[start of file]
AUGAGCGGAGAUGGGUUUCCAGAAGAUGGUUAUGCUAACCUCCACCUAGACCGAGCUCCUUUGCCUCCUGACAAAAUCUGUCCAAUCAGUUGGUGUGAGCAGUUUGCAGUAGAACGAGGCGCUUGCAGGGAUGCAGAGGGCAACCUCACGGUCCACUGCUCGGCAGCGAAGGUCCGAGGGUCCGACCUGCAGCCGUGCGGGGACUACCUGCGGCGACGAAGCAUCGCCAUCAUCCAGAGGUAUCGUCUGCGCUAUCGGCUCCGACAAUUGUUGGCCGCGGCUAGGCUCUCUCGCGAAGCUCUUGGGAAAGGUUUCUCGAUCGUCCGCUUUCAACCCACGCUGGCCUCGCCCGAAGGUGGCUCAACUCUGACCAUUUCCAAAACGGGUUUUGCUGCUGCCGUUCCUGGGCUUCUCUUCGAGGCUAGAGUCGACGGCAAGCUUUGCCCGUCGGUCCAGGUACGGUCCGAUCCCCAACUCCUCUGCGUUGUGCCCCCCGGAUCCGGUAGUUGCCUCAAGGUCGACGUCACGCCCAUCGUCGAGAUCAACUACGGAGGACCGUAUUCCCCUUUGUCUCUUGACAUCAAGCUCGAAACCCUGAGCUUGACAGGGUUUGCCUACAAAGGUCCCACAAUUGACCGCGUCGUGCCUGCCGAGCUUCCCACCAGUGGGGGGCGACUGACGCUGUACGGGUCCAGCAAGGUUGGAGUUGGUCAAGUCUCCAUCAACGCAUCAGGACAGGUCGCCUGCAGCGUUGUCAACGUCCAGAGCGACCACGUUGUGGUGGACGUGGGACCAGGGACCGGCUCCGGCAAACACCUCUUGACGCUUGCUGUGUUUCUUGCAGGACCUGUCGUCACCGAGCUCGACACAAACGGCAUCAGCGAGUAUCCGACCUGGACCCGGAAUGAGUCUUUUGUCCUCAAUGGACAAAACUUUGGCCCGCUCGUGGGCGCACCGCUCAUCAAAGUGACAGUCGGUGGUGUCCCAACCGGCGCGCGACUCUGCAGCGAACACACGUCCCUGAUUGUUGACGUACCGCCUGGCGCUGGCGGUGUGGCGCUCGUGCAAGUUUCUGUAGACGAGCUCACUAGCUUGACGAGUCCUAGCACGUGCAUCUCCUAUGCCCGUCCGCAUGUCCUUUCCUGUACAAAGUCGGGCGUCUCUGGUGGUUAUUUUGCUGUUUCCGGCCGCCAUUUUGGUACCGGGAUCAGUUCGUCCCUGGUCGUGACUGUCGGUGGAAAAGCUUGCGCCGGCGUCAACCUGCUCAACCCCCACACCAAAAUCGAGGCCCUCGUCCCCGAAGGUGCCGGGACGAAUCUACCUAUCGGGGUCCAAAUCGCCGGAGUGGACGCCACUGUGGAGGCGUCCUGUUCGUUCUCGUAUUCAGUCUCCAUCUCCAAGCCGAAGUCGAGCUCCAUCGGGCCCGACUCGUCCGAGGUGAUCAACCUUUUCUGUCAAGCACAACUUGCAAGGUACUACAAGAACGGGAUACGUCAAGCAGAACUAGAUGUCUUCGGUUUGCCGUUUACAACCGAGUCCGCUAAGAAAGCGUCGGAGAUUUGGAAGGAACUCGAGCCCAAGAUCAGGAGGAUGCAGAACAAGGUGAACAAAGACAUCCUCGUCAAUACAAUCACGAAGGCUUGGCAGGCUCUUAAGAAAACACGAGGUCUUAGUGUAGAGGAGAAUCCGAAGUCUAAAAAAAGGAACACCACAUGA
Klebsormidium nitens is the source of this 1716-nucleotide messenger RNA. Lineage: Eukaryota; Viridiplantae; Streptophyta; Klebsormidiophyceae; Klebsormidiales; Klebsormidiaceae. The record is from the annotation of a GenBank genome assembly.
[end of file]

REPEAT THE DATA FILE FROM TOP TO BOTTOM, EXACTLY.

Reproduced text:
AUGAGCGGAGAUGGGUUUCCAGAAGAUGGUUAUGCUAACCUCCACCUAGACCGAGCUCCUUUGCCUCCUGACAAAAUCUGUCCAAUCAGUUGGUGUGAGCAGUUUGCAGUAGAACGAGGCGCUUGCAGGGAUGCAGAGGGCAACCUCACGGUCCACUGCUCGGCAGCGAAGGUCCGAGGGUCCGACCUGCAGCCGUGCGGGGACUACCUGCGGCGACGAAGCAUCGCCAUCAUCCAGAGGUAUCGUCUGCGCUAUCGGCUCCGACAAUUGUUGGCCGCGGCUAGGCUCUCUCGCGAAGCUCUUGGGAAAGGUUUCUCGAUCGUCCGCUUUCAACCCACGCUGGCCUCGCCCGAAGGUGGCUCAACUCUGACCAUUUCCAAAACGGGUUUUGCUGCUGCCGUUCCUGGGCUUCUCUUCGAGGCUAGAGUCGACGGCAAGCUUUGCCCGUCGGUCCAGGUACGGUCCGAUCCCCAACUCCUCUGCGUUGUGCCCCCCGGAUCCGGUAGUUGCCUCAAGGUCGACGUCACGCCCAUCGUCGAGAUCAACUACGGAGGACCGUAUUCCCCUUUGUCUCUUGACAUCAAGCUCGAAACCCUGAGCUUGACAGGGUUUGCCUACAAAGGUCCCACAAUUGACCGCGUCGUGCCUGCCGAGCUUCCCACCAGUGGGGGGCGACUGACGCUGUACGGGUCCAGCAAGGUUGGAGUUGGUCAAGUCUCCAUCAACGCAUCAGGACAGGUCGCCUGCAGCGUUGUCAACGUCCAGAGCGACCACGUUGUGGUGGACGUGGGACCAGGGACCGGCUCCGGCAAACACCUCUUGACGCUUGCUGUGUUUCUUGCAGGACCUGUCGUCACCGAGCUCGACACAAACGGCAUCAGCGAGUAUCCGACCUGGACCCGGAAUGAGUCUUUUGUCCUCAAUGGACAAAACUUUGGCCCGCUCGUGGGCGCACCGCUCAUCAAAGUGACAGUCGGUGGUGUCCCAACCGGCGCGCGACUCUGCAGCGAACACACGUCCCUGAUUGUUGACGUACCGCCUGGCGCUGGCGGUGUGGCGCUCGUGCAAGUUUCUGUAGACGAGCUCACUAGCUUGACGAGUCCUAGCACGUGCAUCUCCUAUGCCCGUCCGCAUGUCCUUUCCUGUACAAAGUCGGGCGUCUCUGGUGGUUAUUUUGCUGUUUCCGGCCGCCAUUUUGGUACCGGGAUCAGUUCGUCCCUGGUCGUGACUGUCGGUGGAAAAGCUUGCGCCGGCGUCAACCUGCUCAACCCCCACACCAAAAUCGAGGCCCUCGUCCCCGAAGGUGCCGGGACGAAUCUACCUAUCGGGGUCCAAAUCGCCGGAGUGGACGCCACUGUGGAGGCGUCCUGUUCGUUCUCGUAUUCAGUCUCCAUCUCCAAGCCGAAGUCGAGCUCCAUCGGGCCCGACUCGUCCGAGGUGAUCAACCUUUUCUGUCAAGCACAACUUGCAAGGUACUACAAGAACGGGAUACGUCAAGCAGAACUAGAUGUCUUCGGUUUGCCGUUUACAACCGAGUCCGCUAAGAAAGCGUCGGAGAUUUGGAAGGAACUCGAGCCCAAGAUCAGGAGGAUGCAGAACAAGGUGAACAAAGACAUCCUCGUCAAUACAAUCACGAAGGCUUGGCAGGCUCUUAAGAAAACACGAGGUCUUAGUGUAGAGGAGAAUCCGAAGUCUAAAAAAAGGAACACCACAUGA
Klebsormidium nitens is the source of this 1716-nucleotide messenger RNA. Lineage: Eukaryota; Viridiplantae; Streptophyta; Klebsormidiophyceae; Klebsormidiales; Klebsormidiaceae. The record is from the annotation of a GenBank genome assembly.